School repair plans lag

Millions lie unspent as Balto. County seeks contractors

Wait could increase costs

Parents impatient for start of upgrades to elementaries

January 08, 2001|By Lynn Anderson and David Nitkin | Lynn Anderson and David Nitkin,SUN STAFF

Baltimore County school officials are running at least a year behind on a plan to renovate 40 elementary schools - a delay that has angered parents and forced County Executive C. A. Dutch Ruppersberger to scale back a request for school repair funding from the state.

In July 1999, state officials awarded the school system $30 million for renovations at a number of schools, including the 40 elementary schools. Today, most of the buildings are waiting for new boilers, ceiling tiles or lighting.

As a result, $23.5 million in state funds from the 1999-2000 fiscal year has not been spent, along with $38.1 million allotted in this fiscal year.

State officials say no other jurisdiction is sitting on as much unspent money as Baltimore County. In nearby Howard and Anne Arundel, suburban counties that are facing rapid growth, school officials have devised strategies so that projects start before state money becomes available, speeding their completion.

"We've been waiting for all these renovations for years," said Katherine Lichtenstein, president of Fort Garrison Elementary School PTA. "I think we are all aware of all the bureaucracies that go on within the school system and that is generally just frustrating."

School and county leaders say they are not troubled by the delay. They say they are well along in planning for a half-billion-dollar improvement program, which they call the most ambitious in the state. Many contracts will be awarded by the summer, they say.

"We're not worried at all about putting the money to good use," said Charles A. Herndon, a school system spokesman. "What you are going to see is an acceleration of spending very soon."

Added Donald F. Krempel, associate superintendent for physical facilities: "We have, in the process, 12 contracts with the state that they haven't even logged yet. That money is in the works. We're looking pretty good."

But leaving money unspent carries risks.

Obsolete cost estimates

Project cost estimates conducted months or years ago can quickly become inaccurate because of inflation in the construction market. School officials are considering trimming or delaying projects - such as window replacement - because their cost estimates have proved to be too low.

"The problem is the cost estimates for some of these projects were done two years ago," said Yale Stenzler, executive director of Maryland's Interagency Committee for State Public School Construction. "The numbers we are talking about, I would say, are significant."

Because of the millions in un- spent state funds, Ruppersberger decided this year to curtail his annual request for construction money. A year ago, he asked for $42 million, but this year reduced that to $18 million. Administration officials say it would be inappropriate to ask for more.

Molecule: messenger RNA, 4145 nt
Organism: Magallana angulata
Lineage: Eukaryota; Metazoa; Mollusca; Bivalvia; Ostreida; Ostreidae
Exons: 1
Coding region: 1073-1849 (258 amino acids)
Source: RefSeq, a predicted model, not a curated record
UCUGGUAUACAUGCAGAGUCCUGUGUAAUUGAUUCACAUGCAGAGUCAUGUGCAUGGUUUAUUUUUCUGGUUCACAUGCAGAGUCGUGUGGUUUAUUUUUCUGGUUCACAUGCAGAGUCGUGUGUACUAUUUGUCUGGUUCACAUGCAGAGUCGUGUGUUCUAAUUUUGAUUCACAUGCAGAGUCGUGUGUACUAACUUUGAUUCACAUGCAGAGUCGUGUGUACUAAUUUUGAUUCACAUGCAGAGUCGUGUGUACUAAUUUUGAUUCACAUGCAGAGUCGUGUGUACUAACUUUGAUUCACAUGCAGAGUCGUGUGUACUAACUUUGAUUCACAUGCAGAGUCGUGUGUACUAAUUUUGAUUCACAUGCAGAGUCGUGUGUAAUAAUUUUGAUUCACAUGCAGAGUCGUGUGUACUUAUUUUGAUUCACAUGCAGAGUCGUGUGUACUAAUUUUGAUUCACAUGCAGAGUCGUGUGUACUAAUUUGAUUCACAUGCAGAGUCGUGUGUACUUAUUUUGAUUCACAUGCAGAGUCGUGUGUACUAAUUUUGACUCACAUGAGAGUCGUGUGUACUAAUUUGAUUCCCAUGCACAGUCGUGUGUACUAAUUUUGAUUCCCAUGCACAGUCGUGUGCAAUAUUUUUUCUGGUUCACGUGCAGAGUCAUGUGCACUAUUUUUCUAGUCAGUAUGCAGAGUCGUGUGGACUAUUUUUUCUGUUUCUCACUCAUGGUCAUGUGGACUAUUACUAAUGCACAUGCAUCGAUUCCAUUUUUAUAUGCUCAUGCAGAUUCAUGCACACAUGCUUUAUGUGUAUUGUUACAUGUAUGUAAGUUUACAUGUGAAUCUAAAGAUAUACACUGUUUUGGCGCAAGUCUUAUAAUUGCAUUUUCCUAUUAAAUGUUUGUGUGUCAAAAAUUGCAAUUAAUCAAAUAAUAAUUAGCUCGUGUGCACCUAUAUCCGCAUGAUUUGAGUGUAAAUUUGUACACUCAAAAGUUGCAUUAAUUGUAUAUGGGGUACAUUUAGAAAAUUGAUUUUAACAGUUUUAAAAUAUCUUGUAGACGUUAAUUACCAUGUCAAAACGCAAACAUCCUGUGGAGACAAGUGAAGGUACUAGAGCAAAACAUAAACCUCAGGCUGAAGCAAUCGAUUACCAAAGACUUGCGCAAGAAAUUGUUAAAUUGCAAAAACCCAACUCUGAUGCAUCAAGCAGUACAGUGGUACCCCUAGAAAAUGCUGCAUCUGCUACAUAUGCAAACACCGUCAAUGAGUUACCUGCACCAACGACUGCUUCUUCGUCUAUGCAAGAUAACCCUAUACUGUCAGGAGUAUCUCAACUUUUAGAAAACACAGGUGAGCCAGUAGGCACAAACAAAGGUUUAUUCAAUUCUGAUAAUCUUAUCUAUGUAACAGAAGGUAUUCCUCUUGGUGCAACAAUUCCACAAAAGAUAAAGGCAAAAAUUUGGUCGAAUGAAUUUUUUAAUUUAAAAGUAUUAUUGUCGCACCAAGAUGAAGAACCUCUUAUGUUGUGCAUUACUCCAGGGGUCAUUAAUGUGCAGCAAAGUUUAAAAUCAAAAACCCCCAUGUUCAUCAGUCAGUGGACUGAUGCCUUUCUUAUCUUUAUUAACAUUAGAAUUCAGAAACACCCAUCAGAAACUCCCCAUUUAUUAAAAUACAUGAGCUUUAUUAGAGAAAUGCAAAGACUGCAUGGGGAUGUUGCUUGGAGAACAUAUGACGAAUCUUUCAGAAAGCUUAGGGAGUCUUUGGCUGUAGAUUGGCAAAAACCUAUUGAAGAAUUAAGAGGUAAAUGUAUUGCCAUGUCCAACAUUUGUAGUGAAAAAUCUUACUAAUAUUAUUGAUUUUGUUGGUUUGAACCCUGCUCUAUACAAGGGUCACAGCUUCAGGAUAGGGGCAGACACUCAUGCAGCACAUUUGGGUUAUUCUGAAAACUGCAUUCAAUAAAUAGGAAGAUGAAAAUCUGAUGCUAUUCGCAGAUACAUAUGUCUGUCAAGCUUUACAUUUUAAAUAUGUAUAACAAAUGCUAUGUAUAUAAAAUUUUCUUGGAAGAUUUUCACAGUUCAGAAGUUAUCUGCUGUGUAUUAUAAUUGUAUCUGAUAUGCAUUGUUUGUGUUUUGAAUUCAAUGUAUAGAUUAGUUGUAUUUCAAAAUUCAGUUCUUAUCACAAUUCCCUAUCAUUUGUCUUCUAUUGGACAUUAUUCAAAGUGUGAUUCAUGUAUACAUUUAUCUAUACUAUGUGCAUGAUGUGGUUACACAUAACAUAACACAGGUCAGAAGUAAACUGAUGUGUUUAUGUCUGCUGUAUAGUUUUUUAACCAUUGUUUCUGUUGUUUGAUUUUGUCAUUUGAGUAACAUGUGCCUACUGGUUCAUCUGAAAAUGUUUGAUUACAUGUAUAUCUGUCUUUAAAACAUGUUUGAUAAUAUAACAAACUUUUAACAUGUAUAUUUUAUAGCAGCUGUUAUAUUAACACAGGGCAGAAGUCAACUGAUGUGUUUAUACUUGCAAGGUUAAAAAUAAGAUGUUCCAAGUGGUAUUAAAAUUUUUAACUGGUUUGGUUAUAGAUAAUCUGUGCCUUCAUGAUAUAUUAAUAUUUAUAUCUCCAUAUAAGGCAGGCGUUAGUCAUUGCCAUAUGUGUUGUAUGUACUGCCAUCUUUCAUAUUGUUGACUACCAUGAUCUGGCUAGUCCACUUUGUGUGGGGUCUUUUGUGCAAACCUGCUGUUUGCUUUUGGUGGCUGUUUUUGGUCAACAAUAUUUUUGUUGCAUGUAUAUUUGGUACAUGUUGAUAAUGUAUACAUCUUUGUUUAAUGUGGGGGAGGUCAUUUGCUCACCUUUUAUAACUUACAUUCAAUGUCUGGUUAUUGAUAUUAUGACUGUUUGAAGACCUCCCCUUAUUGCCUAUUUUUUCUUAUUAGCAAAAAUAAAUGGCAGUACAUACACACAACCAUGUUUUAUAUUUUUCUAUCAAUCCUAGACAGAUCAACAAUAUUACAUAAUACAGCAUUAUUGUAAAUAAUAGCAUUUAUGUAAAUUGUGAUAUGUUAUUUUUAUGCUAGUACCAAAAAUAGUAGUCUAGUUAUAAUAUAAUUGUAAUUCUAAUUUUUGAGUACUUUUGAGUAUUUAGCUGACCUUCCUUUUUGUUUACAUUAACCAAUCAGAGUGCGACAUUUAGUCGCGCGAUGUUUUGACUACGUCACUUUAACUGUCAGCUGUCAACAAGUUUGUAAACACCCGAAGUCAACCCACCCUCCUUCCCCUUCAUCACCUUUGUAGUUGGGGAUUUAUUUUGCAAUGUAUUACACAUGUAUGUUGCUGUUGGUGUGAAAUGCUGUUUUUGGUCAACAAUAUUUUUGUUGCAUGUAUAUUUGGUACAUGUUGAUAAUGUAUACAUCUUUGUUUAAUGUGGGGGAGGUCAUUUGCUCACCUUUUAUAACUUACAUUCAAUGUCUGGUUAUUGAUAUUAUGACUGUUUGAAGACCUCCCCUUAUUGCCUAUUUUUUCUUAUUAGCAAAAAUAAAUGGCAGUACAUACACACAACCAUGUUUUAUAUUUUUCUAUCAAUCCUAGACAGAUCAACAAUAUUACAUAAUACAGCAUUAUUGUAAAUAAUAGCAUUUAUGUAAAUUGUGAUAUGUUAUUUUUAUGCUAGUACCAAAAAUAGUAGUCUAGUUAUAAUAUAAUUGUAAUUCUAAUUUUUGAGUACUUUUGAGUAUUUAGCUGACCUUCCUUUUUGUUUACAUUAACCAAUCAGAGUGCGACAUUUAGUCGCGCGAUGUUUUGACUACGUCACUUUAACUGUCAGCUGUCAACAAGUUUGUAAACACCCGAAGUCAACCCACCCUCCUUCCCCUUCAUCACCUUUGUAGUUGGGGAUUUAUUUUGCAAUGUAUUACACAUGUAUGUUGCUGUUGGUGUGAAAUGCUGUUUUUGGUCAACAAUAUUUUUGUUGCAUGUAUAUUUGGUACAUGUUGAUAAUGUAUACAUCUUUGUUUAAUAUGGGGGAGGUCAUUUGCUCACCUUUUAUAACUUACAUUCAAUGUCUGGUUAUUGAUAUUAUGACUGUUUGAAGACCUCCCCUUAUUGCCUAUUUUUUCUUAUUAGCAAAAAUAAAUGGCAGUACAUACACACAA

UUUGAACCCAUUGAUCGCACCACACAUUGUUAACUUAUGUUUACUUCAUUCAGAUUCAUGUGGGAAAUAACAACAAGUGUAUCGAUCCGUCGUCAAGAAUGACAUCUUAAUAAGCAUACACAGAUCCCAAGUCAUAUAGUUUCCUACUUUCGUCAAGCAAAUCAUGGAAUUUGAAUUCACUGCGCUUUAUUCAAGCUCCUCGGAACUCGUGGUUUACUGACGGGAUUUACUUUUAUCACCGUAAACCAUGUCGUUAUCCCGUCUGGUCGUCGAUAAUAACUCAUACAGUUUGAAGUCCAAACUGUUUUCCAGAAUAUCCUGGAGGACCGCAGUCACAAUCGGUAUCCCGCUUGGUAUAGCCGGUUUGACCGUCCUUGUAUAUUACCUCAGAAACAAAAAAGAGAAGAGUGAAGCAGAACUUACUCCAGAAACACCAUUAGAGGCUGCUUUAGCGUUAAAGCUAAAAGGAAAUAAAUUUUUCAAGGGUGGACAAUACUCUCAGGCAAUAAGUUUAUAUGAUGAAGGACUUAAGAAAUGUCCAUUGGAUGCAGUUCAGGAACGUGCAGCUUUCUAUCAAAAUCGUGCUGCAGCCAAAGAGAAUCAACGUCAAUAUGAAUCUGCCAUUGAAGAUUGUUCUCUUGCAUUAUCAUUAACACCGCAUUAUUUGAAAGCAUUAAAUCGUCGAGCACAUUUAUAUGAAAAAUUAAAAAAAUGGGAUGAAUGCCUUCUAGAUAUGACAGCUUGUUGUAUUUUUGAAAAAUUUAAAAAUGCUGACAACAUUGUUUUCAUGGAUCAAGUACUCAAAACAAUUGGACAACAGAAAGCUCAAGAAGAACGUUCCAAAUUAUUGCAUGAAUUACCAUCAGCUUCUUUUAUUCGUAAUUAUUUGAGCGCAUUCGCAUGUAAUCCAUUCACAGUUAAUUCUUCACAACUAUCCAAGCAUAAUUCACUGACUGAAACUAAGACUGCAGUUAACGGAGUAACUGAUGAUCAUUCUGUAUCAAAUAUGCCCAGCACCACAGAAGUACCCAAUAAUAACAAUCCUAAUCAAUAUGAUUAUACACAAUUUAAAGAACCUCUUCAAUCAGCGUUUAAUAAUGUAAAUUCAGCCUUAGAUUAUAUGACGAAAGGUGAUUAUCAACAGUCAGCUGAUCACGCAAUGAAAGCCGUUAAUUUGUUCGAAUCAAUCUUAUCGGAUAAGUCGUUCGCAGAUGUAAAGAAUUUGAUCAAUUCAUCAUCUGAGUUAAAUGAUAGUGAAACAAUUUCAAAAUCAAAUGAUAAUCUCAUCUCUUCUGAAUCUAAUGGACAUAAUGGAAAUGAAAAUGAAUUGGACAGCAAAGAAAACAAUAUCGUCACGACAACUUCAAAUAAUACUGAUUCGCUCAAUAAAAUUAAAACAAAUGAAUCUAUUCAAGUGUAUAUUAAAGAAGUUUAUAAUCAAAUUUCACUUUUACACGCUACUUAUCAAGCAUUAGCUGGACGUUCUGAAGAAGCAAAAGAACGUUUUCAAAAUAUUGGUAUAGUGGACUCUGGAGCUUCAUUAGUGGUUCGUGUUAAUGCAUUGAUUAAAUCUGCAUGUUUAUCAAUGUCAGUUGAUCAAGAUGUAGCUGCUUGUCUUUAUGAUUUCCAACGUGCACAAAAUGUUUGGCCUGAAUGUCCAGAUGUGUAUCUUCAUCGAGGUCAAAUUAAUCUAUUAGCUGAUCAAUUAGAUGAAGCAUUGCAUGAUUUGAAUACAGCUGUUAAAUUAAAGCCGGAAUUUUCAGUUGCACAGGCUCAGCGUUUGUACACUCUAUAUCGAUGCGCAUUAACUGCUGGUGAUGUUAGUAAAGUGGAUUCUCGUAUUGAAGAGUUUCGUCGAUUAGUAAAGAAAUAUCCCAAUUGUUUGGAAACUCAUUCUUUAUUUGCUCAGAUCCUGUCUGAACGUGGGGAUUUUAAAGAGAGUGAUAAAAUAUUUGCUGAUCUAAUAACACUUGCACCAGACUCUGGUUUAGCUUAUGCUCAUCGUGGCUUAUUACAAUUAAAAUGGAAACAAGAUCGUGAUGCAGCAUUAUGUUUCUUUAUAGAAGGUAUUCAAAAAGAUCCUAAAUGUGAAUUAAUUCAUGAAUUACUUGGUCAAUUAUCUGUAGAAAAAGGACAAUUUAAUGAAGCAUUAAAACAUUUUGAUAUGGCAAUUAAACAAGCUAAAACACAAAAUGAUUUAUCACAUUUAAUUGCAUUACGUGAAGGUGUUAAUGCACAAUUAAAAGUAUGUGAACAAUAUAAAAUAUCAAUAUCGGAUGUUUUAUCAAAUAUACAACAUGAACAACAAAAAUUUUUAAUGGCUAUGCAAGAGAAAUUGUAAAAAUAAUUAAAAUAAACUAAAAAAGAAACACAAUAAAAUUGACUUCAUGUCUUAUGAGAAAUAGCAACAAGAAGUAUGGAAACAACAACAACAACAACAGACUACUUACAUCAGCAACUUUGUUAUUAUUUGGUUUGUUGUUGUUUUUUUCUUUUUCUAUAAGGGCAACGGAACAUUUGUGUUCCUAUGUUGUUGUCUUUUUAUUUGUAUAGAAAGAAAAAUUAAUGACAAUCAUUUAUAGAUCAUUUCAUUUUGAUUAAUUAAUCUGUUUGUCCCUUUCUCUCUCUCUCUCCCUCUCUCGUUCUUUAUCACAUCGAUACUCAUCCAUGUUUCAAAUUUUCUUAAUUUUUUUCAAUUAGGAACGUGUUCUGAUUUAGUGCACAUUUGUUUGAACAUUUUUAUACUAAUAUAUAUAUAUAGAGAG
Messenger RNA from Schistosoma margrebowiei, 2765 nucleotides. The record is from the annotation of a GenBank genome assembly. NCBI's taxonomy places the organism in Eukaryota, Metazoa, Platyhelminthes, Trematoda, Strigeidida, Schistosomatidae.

When they do return to the state for additional funding, however, it might not be available. An economic downturn could reduce the amount of state money available for the county's middle and high schools, which are scheduled to be renovated after elementary schools are upgraded.

The delays stem, in part, from the school system's decision to hire a construction manager to oversee the renovation program. While the move was lauded by many as a way to increase professionalism and reduce costs, finding a manager took longer than expected. 3/D International of Houston was hired after a six-month search.

Then the first bids started arriving. They were higher than anticipated, and school officials decided to rebid the projects. The second round of bids is trickling in, but officials say they are still high.

"We're roughly at the point where we are 10 percent over our estimated budget," said Krempel, "and I think that's remarkable, given the current market."

School officials announced in November that the first phase of elementary school improvements, which covers 40 schools, could run as much as $18 million over budget.

In an effort to cut $10 million in costs, school officials might delay window replacements at most of the 40 elementary schools for another year. That would allow them to move ahead with much-needed upgrades to heating, plumbing and ventilation systems.

Board of Education members have taken a cautious approach to spending state money in an effort to be "fiscally responsible," said board member and Building Committee Chairman Jack H. J. Barnhart.

"We just can't afford to take what comes in on the first go around," he said. "I understand that by rebidding we take more time, but we have to be prudent."

Impatient parents

The delay doesn't sit well with parents.

"We've gone to the school board and they've been very understanding, but nothing happens," said Patrice Ragaini, a parent at Carroll Manor Elementary School, which has been waiting two years for repairs to heating and ventilation systems. Four months into the school year, teachers and pupils are dealing with an ugly mess of pipes and wiring, the result of unfinished work.

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